Now that’s not a huge business, $50 million a year turnover. But those businesses with up to $50 million a year turnover that have the benefit of tax reductions, they employ over half of the Australian workforce, more than half of the private sector workforce. That is one of the reasons why we are seeing this record growth in jobs.

Grant talked about it earlier, but it is worth remembering and celebrating, that in the last 12 months there were 420,700 jobs created in Australia, which is a record, a record.

We have had 17 months of continuous jobs growth, which is another record.

The third record is we have the highest female participation rate in our history and we’re starting to see more part time jobs switching to full time jobs.

We saw that in the last jobs figures of course, there were 47,000 part time jobs reduction, 64,000 full time jobs increase.
I saw that when I visited Bisalloy, just down near Wollongong in Unanderra, a fantastic medium-sized Australian specialty steelmaker that makes some of the best ballistic steel in the world. That’s exactly what they are doing there; growing their workforce, investing in their workforce.

You know the manager said when we talked about what the tax cuts would mean for him?

He said, “We will invest more, we will employ more and there will be more money in our workers’ pockets because they all enjoy production bonuses and profit sharing”.

So that’s the reality; that is what we know is the consequence of reducing company tax.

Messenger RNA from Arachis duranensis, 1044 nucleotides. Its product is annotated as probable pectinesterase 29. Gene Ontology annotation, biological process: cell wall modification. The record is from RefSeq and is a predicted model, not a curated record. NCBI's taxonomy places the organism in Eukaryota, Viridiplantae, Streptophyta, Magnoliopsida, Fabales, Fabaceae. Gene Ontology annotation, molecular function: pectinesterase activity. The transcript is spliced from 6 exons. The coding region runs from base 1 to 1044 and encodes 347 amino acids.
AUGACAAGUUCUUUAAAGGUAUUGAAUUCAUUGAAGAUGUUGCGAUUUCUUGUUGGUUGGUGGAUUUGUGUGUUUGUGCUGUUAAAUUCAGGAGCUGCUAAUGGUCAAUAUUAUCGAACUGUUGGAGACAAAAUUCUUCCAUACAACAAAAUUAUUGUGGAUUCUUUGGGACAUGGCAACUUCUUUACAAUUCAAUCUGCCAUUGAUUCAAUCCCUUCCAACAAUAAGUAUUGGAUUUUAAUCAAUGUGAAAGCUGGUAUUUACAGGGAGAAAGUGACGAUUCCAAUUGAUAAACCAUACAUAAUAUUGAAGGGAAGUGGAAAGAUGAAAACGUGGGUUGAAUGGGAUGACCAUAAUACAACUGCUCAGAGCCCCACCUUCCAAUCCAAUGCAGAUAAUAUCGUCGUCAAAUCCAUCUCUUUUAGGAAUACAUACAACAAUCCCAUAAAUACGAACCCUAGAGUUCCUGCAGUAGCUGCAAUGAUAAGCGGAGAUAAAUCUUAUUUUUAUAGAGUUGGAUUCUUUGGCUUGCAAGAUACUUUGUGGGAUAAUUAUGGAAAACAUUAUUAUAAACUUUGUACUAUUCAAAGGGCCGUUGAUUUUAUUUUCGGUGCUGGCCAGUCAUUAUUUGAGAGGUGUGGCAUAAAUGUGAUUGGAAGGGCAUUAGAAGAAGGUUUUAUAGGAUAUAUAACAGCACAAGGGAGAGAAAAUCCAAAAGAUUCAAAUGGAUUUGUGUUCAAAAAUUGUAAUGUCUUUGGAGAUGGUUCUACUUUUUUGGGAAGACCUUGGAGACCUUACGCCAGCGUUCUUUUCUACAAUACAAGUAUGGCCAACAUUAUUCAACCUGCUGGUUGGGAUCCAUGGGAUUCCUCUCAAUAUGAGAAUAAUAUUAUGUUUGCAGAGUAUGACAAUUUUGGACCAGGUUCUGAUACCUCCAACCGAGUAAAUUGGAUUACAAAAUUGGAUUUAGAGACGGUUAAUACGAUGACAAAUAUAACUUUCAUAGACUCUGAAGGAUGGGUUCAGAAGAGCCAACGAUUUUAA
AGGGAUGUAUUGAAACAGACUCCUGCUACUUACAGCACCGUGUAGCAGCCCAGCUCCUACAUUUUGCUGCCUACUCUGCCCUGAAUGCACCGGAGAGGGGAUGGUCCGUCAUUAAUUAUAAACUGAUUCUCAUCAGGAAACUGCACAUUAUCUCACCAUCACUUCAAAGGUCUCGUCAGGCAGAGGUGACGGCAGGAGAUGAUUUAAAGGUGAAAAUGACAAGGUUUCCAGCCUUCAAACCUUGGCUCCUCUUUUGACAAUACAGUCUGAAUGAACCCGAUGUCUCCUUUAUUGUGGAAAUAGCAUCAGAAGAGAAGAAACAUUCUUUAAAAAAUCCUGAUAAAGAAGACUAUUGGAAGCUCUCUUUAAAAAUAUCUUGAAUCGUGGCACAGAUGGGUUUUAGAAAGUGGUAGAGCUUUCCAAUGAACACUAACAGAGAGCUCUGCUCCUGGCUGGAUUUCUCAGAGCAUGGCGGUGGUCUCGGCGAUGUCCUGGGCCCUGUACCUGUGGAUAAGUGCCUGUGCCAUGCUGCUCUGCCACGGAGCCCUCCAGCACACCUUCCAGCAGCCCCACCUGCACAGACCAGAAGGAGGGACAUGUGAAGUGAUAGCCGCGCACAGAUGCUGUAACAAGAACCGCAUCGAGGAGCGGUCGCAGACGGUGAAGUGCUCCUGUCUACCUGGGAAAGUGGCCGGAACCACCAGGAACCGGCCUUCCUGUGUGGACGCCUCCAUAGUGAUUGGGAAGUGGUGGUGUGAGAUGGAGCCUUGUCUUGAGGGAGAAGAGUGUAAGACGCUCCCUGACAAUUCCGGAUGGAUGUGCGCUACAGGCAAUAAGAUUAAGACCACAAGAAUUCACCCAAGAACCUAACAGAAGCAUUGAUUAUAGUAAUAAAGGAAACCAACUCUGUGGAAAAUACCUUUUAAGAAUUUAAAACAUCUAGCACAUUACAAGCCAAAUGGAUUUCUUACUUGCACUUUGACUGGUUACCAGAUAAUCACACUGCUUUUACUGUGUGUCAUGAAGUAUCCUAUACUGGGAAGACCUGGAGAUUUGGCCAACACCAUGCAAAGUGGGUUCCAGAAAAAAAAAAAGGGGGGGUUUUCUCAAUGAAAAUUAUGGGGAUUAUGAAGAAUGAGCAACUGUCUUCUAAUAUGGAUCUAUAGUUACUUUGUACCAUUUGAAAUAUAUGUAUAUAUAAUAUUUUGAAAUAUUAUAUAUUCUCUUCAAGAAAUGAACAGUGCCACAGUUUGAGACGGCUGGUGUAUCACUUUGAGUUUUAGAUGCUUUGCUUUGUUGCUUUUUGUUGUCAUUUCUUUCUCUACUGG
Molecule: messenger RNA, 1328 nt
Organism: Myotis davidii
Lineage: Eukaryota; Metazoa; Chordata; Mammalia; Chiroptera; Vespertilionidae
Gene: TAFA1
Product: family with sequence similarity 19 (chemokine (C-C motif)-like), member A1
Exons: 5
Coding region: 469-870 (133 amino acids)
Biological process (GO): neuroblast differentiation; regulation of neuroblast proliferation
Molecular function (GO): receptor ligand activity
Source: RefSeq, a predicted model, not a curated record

That’s why people are doing it right around the world; the benefits flow through to workers.

It means more investment, higher productivity, higher wages and more jobs.

That is the commitment. It has been ever thus.

It’s not a bipartisan point of view at the moment, I regret to say. The Labor Party is dead against it, as you know, they want to increase taxes on businesses.

But it wasn’t always the case.

You only have to go back to 2011 – that’s what Wayne Swan said when he was Treasurer.

That’s what Bill Shorten said when he was in government.

That’s what Paul Keating said and did when he reduced company taxes and that it was government after government around the world is doing. Governments perhaps as different as Emmanuel Macron’s France, Donald Trump in America, Theresa May in the United Kingdom. You can go right around the world, people recognise it’s fairly straight forward, if you want to have growth in employment, if you want to have higher wages, more jobs, better jobs, investing in the technology that delivers productivity that Brenda’s been talking about, you need to have businesses that have got the ability to make that investment.